Was going to post the same thing... It's not the most straightforward piece of software to configure...
3263 posts • joined 19 May 2010
The problem with all these "X is good for you", "X is bad for you" announcements is that they occur in isolation.
I'm pretty sure there have been other studies which suggest that caffeine, tea and chocolate have deleterious effects on the human body. I'm also sure I have read other studies which suggest tea and chocolate in particular are beneficial (in sensible amounts).
What is needed is a study which takes into account all the previous work done concerning a substance, and then measures any harmful effects against any perceived benefits, and makes a judgement as to whether, on balance, the substance is good for you, or bad for you, and at what level of intake.
The principle of free movement of personal data enshrined in primary and secondary law should also apply in the cases where the GDPR allows member states to regulate specific matters.
So, what happened to the protection of personal data then?
Oh it's anonymized!
Well that's alright then...
So, if I understand this correctly, I could, in the future, face EU sanctions if I don't allow other people access to data that I generate? Really?
That can't be right, can it?
Re: What can we say? It's The Reg wot won it.
Thanks for responding. I did wonder whether your original intention was just to go "look at this: funny" and I'm not sure I understand the motivation for El Reg to contact Microsoft about it.
In these litigation-fearing days, I guess it's no surprise that Microsoft would remove the image once brought to its attention, but it's a very sad reflection on society nowadays.
Cheers for replying.
What can we say? It's The Reg wot won it.
Well I hope you're feeling suitably smug, but frankly it seems a rather hollow victory to me, pandering to those who go out of their way to find things offensive or "inappropriate".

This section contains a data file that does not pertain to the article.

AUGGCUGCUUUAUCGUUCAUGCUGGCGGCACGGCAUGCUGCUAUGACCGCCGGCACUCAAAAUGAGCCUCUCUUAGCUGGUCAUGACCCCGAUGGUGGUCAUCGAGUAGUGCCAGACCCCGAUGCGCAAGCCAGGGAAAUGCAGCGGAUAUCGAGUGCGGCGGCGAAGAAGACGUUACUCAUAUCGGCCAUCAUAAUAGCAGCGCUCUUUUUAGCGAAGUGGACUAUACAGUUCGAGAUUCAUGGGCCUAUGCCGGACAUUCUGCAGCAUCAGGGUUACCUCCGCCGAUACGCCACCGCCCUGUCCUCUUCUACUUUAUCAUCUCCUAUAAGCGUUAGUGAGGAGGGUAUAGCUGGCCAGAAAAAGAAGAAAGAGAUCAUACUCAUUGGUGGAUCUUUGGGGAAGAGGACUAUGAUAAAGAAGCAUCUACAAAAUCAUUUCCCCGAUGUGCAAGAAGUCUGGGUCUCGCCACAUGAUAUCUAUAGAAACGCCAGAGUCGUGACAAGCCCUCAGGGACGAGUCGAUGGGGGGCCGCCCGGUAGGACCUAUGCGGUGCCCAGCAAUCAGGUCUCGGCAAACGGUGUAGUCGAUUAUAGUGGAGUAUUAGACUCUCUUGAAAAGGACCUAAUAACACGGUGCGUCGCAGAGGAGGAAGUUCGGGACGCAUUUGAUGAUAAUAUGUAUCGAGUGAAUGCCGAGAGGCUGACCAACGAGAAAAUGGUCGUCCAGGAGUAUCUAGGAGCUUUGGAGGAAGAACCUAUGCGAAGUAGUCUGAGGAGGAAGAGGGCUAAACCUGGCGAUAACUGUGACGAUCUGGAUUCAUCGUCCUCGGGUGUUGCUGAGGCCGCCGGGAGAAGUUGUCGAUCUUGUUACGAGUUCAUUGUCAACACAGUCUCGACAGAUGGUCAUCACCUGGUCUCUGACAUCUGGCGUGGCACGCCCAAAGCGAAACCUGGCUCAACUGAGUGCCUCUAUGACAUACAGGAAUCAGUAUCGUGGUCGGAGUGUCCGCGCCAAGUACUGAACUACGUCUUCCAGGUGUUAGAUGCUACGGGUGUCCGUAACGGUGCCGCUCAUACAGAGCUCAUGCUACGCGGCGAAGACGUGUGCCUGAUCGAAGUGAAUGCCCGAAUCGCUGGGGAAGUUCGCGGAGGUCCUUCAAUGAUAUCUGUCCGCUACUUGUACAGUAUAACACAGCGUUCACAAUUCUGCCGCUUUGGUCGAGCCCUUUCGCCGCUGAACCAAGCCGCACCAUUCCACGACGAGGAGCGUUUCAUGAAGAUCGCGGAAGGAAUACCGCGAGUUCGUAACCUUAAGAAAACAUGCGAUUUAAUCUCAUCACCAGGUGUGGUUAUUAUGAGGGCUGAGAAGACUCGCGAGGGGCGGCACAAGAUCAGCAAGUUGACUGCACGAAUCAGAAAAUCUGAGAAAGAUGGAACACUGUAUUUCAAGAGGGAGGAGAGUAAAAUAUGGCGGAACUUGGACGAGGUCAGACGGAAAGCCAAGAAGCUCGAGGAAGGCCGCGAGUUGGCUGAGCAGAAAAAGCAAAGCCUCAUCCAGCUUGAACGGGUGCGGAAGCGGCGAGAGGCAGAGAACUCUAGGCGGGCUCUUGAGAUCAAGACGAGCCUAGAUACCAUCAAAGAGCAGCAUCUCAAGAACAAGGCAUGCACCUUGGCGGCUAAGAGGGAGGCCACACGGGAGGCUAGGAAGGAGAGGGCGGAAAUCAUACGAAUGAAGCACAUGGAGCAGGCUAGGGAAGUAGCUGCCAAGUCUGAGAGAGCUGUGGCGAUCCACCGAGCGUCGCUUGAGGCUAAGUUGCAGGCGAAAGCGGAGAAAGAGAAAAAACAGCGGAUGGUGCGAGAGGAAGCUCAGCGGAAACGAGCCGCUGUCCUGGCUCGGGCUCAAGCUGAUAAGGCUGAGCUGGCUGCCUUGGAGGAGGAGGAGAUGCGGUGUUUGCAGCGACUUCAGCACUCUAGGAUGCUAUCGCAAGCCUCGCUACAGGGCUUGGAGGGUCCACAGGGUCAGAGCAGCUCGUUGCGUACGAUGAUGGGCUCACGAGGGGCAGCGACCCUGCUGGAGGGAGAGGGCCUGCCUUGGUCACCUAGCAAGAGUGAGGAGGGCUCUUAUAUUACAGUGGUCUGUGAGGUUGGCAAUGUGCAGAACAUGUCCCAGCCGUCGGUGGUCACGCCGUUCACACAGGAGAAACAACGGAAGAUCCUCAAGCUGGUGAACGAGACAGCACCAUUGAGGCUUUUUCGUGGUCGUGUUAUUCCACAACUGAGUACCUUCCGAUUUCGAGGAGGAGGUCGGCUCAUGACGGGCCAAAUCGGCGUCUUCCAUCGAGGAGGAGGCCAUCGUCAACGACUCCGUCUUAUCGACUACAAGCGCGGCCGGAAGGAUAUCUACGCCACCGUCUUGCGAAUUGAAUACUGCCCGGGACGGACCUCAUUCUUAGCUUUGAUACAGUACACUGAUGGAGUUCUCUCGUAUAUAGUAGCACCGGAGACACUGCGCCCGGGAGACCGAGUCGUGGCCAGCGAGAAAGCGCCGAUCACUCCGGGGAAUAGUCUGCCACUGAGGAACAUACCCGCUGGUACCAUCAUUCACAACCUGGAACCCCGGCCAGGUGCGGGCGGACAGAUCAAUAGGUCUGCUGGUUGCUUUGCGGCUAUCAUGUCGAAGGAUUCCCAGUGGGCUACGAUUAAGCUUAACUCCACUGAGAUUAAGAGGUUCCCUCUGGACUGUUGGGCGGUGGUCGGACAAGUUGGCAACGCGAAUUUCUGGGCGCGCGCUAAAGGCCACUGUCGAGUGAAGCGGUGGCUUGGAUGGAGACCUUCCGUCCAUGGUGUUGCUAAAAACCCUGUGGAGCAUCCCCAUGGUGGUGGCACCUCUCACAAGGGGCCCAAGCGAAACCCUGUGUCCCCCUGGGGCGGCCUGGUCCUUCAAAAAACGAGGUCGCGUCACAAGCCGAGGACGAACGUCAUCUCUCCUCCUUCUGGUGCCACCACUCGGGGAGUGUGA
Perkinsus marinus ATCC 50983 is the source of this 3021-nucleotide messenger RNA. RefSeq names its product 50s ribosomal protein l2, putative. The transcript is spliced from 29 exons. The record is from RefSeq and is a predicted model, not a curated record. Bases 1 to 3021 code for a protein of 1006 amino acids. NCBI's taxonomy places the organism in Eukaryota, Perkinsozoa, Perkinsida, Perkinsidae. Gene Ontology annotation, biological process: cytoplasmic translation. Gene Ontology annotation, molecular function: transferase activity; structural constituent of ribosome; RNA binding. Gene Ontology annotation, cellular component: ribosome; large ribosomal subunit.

Personally I thought the combination of picture and text was funny, and completely inoffensive.
consumers are not tech savy
I think you are quoting A Non e-mouse out of context here, I don't think he's blaming the consumer.
What I understood him to be saying is that because consumers are not tech savy and don't know what to do, it is up to the ISP or device manufacturer to ensure that the device is secure by default.
I don't see why this is such a surprise.
For the vast majority of households, an ISP router is considered to be a consumer device just like a TV, stereo, or bedside alarm clock, there is no expectation that you should have to fiddle with its internal workings, it should just work and be secure.
It is only those of us who work in the IT world who take delight in replacing the ISP router with our own chosen brand, or making changes to settings, or investigate what devices are on the network.
The onus is on manufacturers or suppliers to configure the device to be secure as sent from the factory, whether by providing random passwords for each device, or other similar mechanisms.
Re: Cue useless drivel as defence
It makes it the Microsoft of databases - not to be trusted near a public connection.
Curiously, Microsoft SQL is locked down to local connections only by default, and requires a certain amount of effort, and joined-up thinking, to make it accessible on a public connection, or even to any other host on the network.
You know how cop cars pile into each other in old comedy movies? That's how the Moon was built, say boffins
"Every year I take on a personal challenge to learn new things and grow outside of my work. In recent years, I've run 365 miles, built a simple AI for my home, read 25 books and learned Mandarin."
Is general literacy really in such a parlous state that reading 25 books is considered an achievement?
Dear Gods, there's no hope...
Ah, the UK government with their unerring ability to get to the heart of the matter, have once again aimed their sights squarely on the root cause of the problem.
Some may have been sidetracked by the idea that the general uncertainty of jobs, the pressure put on school pupils, the increasingly underfunded mental health care sector, may have contributed to a rise in the suicide rates.
But no, they are foolish irrelevancies, the problem is the internet, and the government have an enviable track record of successfully managing it.
With the greatest of respect to your relatives, they don't sound very dilligent teachers. My parents were both secondary school teachers, and at least two weeks of their 6-week holiday were taken up with lesson and timetable planning for the new term,
I remember them with a great roll of paper spread out across the floor trying to fit all the lessons into a week, and all the pupils into the lessons without any clashes.
(this was in the eighties, nowadays I expect they'd use a spreadsheet).
The Register has contacted 186k to ask when it expects the service to return to normal, and the reason for the outage. ®
I would have thought it is clear from the below that the answer is "never"
"If you are currently experiencing an outage with your broadband service, please be advised that you will need to find an alternative provider as we are unable to continue to supply your current service."
It sounds to me (pure speculation) that whatever deal they had with BT Wholesale has fallen through, rather than it being a technical issue.